12 February 2017

Students describing glacial sediment

When I was between jobs, I was asked by my colleague Martin if I could perhaps help out on his day in the field in February. By then my new job would have started! And I said that was fine with me as long as I was not otherwise engaged. So he phoned up the timetabling people, asked them if I would be available, heard I would, and booked me in. However, with me not being employed yet, the timetablers didn't know half of my commitments, so I later found out I had this day in the field planned on the fifth day of my new job, and planned straight over three lectures. Oh dear!

So what was the trip? The field site was a cliff caused by coastal erosion, which showed a very interesting local story. It showed glacial sediments originating from Snowdonia, and then ice from the northeast ploughing ruthlessly over the top. In between were lovely proglacial sediments. And the students are only in their first year and they don't need to recognise the details, but they are asked to make a sediment description of nine windows of sediment we had demarcated. Then at the end, Lynda would tie it all together. We would do this twice; some colleagues were doing levelling at a nearby site. After lunch we would swap students.

I thought I probably should be involved in this; it's not quite up my scientitfic street, but it's geology, and that is what it all started with, even though I turned a bit climatological later on. So I moved the double-booked lectures back, and resigned myself to being rather busy. I would lose a whole day to the field! And I need many days for lecture preparation. But that's life. Then the issue of getting the trip sorted started (another pile of confusion resulting from James' departure) appeared too. On Monday the day before the actual trip, I had a recce in the field with trip organiser Lynda. We went looking for the nine windows. Some were not there anymore; the cliff still actively erodes. We found good locations for replacement windows. We were done fast, and that's good, as it was raining. I hoped it wouldn't do that on the day itself!

 The situation on the beach on the recce day

When the day came Lynda loaded up the kit we needed for our bit of the trip, and drove off. I placed big A4 sized labels at the sites. Soon the students appeared! Lynda took them to window A and explained to them what was expected of them. They were supposed to know; they had practiced this in the field, but some recap was needed. Then they divided into groups and set off.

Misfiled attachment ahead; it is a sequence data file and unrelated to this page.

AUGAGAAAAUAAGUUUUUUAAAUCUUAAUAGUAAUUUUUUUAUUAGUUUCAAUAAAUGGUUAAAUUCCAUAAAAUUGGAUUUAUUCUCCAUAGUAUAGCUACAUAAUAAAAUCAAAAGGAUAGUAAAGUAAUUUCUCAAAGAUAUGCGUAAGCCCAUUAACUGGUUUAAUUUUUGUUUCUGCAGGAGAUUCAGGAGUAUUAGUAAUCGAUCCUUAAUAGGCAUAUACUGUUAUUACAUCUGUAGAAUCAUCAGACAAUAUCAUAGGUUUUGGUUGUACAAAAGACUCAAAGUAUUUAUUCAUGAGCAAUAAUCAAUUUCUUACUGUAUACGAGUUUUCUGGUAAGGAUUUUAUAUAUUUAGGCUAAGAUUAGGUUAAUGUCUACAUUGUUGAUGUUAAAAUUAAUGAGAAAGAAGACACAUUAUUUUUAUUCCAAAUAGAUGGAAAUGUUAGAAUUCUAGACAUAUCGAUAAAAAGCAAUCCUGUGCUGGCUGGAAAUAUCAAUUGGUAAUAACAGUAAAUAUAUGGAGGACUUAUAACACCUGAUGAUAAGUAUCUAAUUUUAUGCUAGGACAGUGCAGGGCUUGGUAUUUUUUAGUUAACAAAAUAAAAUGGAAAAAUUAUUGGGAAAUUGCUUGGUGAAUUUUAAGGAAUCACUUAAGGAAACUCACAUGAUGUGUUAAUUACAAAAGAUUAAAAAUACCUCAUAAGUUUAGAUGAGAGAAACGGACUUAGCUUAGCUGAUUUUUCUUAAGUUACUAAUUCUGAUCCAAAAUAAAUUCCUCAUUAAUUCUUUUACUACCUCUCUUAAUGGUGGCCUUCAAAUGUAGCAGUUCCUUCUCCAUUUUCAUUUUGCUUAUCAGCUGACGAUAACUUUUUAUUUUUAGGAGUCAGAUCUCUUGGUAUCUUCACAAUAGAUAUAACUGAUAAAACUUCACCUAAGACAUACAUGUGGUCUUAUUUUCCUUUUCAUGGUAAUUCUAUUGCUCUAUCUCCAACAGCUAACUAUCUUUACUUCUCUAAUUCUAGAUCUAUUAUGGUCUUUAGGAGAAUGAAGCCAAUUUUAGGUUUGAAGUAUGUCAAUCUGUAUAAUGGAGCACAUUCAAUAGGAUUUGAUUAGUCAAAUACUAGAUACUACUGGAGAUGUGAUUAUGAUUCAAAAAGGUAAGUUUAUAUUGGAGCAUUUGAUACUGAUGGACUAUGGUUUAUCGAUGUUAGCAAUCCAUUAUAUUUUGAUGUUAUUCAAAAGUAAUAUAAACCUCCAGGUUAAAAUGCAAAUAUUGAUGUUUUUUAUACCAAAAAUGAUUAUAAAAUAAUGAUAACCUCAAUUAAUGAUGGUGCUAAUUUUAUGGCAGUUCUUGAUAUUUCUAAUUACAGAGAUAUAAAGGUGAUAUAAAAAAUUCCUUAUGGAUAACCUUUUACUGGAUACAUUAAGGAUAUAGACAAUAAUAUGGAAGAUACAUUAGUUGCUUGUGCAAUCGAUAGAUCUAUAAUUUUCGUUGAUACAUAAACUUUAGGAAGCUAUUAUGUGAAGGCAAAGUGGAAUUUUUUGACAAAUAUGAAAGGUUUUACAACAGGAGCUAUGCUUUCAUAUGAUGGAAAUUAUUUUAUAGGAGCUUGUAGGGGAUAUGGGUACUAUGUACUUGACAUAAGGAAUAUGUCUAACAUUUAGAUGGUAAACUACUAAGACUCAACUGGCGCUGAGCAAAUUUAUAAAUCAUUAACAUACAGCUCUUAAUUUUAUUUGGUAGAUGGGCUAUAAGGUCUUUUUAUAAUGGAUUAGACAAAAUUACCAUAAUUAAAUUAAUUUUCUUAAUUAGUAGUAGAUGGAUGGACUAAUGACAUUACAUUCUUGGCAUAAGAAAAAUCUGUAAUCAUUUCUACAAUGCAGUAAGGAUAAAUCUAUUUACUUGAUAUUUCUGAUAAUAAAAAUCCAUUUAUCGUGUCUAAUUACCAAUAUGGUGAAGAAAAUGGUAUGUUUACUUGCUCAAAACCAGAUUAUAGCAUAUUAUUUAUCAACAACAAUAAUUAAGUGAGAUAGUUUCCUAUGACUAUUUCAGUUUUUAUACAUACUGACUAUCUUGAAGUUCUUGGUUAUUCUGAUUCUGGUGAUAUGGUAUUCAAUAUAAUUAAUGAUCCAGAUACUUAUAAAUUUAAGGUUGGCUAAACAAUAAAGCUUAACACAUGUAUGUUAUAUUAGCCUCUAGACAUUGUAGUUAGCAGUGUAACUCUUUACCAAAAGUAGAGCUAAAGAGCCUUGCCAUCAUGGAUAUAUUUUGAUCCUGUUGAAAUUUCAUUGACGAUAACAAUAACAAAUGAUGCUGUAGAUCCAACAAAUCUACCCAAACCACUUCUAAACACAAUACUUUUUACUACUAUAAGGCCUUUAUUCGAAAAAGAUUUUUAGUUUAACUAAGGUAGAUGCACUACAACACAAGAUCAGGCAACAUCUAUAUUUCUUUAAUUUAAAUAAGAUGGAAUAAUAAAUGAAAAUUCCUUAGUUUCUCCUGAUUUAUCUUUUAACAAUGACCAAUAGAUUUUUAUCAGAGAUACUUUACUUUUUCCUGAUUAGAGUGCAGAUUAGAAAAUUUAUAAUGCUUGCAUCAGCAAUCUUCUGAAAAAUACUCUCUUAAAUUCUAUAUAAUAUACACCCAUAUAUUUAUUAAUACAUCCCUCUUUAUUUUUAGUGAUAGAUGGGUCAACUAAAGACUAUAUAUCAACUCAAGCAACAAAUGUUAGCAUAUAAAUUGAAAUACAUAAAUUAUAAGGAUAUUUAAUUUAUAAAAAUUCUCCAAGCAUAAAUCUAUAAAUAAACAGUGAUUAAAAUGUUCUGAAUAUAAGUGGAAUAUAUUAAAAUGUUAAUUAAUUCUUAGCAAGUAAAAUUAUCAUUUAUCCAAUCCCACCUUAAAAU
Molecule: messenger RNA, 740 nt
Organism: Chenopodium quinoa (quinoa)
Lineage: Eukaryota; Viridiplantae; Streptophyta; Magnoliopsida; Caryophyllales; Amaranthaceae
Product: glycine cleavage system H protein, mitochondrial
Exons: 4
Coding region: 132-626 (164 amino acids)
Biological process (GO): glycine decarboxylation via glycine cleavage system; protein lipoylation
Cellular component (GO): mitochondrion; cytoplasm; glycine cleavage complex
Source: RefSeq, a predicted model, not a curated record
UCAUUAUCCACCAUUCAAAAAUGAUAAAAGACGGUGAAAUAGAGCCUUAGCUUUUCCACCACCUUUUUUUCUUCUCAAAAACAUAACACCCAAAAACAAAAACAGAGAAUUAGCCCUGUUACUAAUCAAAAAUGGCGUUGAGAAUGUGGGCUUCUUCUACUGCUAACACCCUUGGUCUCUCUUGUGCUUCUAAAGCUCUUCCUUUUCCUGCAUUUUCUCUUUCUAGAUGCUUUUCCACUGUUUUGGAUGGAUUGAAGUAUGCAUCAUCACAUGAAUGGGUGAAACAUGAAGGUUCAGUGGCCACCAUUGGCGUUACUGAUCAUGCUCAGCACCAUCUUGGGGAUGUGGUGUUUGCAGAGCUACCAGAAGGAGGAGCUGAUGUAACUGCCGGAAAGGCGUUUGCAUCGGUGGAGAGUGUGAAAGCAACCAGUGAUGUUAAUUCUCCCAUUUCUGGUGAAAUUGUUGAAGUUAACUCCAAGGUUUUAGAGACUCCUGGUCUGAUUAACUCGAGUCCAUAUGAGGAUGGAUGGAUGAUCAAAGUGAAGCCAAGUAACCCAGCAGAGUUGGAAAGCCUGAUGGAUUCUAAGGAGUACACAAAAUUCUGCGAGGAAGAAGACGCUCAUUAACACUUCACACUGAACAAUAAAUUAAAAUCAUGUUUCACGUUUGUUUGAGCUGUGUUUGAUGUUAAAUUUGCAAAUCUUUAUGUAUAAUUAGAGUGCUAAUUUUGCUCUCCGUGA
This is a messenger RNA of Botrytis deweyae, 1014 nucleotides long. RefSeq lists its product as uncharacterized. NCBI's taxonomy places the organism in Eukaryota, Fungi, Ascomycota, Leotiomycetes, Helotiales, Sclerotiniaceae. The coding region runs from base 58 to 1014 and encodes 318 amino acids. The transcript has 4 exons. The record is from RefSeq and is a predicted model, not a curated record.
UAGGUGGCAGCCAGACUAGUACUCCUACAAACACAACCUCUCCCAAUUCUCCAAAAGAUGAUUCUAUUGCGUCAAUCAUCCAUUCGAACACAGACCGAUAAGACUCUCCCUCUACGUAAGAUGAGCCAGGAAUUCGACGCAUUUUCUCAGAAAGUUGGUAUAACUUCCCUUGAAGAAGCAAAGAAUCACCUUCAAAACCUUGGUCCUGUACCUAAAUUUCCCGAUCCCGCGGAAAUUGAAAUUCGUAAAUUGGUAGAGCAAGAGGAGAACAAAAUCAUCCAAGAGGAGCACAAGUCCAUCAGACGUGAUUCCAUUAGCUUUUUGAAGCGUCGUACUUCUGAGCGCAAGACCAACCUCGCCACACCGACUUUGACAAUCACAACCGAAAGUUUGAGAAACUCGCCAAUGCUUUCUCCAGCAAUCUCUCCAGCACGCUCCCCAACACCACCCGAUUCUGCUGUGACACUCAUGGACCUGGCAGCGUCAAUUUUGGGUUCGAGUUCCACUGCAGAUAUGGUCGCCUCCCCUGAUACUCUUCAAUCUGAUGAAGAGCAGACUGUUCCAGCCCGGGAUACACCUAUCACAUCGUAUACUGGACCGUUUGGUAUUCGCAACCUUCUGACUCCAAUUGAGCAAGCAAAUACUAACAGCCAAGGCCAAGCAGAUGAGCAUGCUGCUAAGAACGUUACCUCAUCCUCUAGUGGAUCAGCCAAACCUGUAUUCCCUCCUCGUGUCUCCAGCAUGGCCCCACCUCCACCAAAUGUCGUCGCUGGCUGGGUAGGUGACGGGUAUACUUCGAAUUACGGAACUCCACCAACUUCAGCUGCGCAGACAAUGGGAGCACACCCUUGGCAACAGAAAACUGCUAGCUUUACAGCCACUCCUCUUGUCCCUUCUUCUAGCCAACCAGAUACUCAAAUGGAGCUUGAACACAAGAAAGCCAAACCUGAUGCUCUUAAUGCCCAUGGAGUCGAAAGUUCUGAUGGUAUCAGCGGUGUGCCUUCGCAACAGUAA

The way we found the beach on the actual day: a lot better!

Scenic shot

At full size one can see the labels at the various windows

Lynda briefs the first batch of students

Off they go, describing sediments!

 And the debrief

Quite unlike the day before, it was a glorious day. Sunshine! The students were in good spirits. They also set to work with panache. They barely had any questions, and they just tended to see what we hoped they'd see. It went well!

Lynda and I wandered around, just keeping an eye on things. A light job! By noon we got them all together for the debrief. They were a bit reluctant to speak up about what they'd seen (students will be students) but we got it out of them. They got the point about the two ice masses and the water-borne sediments in between! Very good. And time for lunch.

I went to a tea shop with Lynda and quickly had a toasted sandwich. Then we went back! The second batch of students had less sunshine and more cold then the previous group; they were also a bit less fresh after alreayd having doen a half day. They still did well, though! Altogether it was actually quite pleasant to spend a day at the beach. I even had time to sit on a rock and contemplate my upcoming lectures! Altgether a succes...

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